In an unprecedented show of cooperation between central and local governments – at least in recent memory – the administration of President Oscar Arias is promising the country’s mayors-elect funding that’s been withheld for years, increased communication, and, if the Legislative Assembly plays along, legal reforms to give local governments more power.
The new municipal leaders were elected in lackluster elections late last year that brought only 24% of eligible voters to the polls. Though they will take office Feb. 5 with small budgets, limited power and wide-spread citizen apathy, even seasoned politicians sounded optimistic this week.
“It seems like an excellent sign that don Oscar is giving us,” said Fernando Trejos, mayor-elect of eastern San José suburb Montes de Oca and Labor Minister during former President Abel Pacheco’s administration (2002-2006). “I think the statements of the President and his ministers, that they want to work with us, are sincere.”
“This is the first time I’ve seen this,” Santa Cruz mayor-elect and longtime municipal presence Jorge Enrique Chavarría, who will oversee popular tourist destinations such as Tamarindo in the northwestern province of Guanacaste, told The Tico Times of last week’s meeting between Arias and the new mayors. “President Arias is very municipal-minded. (The relationship) is much closer now.”
Trejos, Chavarría and their counterparts have been preparing for their four-year terms by meeting with national and international authorities in a series of trainings and summits. Yesterday and today, the soon-to be leaders are meeting at EARTH University in the Caribbean-slope town of Guácimo to become acquainted with international initiatives that require municipal cooperation.
Last week, all but one of the 81 incoming mayors converged on Casa Presidencial in Zapote, in southeast San José, to meet with Arias and most of his Cabinet.
There, they were informed that the government has ensured they’ll receive their share of tax money for the first time in years – in particular, all ¢17 billion (approximately $33 million) they’re due from a gas tax designed to provide funds for municipal road improvements, funds that became the subject of controversy and Supreme Court decisions when the central government refused to turn them over during the Pacheco administration. In addition, work is under way within the Legislative Assembly to significantly increase municipal power during the next four years, according to Fabio Molina, a former mayor who heads the Institute for Municipal Development (IFAM).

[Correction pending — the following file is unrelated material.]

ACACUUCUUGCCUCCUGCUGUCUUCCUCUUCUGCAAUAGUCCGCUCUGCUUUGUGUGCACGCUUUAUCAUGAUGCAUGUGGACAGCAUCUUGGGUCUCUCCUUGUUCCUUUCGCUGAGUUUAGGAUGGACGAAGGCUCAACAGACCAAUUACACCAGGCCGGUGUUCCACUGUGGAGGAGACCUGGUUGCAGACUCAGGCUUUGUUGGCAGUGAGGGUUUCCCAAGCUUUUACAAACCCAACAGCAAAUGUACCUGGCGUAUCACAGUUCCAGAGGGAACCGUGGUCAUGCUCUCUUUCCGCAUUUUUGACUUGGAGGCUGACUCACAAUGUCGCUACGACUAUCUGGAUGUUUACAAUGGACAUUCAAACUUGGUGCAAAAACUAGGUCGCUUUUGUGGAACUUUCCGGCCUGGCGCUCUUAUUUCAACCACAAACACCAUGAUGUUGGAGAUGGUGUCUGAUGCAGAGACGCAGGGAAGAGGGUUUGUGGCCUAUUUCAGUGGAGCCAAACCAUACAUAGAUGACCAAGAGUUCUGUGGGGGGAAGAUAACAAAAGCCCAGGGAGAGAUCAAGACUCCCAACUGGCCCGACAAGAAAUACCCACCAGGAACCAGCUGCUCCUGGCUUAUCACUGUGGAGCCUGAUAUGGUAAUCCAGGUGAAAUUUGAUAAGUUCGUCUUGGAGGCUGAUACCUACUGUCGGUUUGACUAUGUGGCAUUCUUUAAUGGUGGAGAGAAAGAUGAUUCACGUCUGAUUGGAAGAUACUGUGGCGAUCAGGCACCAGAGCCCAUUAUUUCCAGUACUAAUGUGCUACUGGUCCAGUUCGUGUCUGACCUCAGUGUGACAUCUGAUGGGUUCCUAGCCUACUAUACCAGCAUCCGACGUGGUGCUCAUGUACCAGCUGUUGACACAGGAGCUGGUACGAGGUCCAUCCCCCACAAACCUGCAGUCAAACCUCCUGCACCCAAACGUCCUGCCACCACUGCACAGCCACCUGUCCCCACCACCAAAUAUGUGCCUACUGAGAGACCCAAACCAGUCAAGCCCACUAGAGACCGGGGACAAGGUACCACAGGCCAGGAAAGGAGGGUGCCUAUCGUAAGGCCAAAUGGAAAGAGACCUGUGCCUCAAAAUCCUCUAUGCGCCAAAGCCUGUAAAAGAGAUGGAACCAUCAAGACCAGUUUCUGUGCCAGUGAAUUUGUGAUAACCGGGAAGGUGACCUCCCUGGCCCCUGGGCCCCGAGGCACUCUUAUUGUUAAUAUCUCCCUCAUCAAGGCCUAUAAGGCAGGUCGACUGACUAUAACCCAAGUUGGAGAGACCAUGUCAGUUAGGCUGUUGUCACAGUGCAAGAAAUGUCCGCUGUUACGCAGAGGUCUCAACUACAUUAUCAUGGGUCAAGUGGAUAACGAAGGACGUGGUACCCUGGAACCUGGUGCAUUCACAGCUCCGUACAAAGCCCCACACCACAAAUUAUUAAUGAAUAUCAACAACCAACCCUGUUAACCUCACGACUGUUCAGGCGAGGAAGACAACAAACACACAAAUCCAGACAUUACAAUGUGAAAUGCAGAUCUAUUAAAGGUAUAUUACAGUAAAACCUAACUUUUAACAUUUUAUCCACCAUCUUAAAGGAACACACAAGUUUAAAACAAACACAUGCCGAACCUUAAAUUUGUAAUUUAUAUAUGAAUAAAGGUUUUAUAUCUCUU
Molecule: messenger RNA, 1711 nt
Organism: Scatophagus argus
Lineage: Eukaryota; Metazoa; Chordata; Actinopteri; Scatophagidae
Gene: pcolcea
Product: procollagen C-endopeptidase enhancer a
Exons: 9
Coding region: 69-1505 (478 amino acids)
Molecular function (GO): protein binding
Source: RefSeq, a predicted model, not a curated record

“In the developed world, especially in Europe, Canada and the United States, local governments drive development,” Molina told The Tico Times this week. “In Costa Rica we’ve relegated them (to last place) for many years. What we’re trying to do during the Arias administration is make them toplevel actors in the country.”
He said that various events to prepare new and returning mayors for this task have boasted excellent attendance. A December financial training at the Central American School of Business Administration (INCAE) drew 65 mayors, while last week’s event drew 80. Carlos Luis Marín, mayor-elect of Liberia, capital of the northwestern province of Guanacaste, said such events are worth the trip.
“Although we’re local governments, we depend on central institutions,” he told The Tico Times, adding that he hoped to firm up plans with the Labor Ministry to create an employment directory to connect new businesses arriving in the booming province, where many multinational corporations and hotels are setting up shop, to local entrepreneurs who can meet their needs.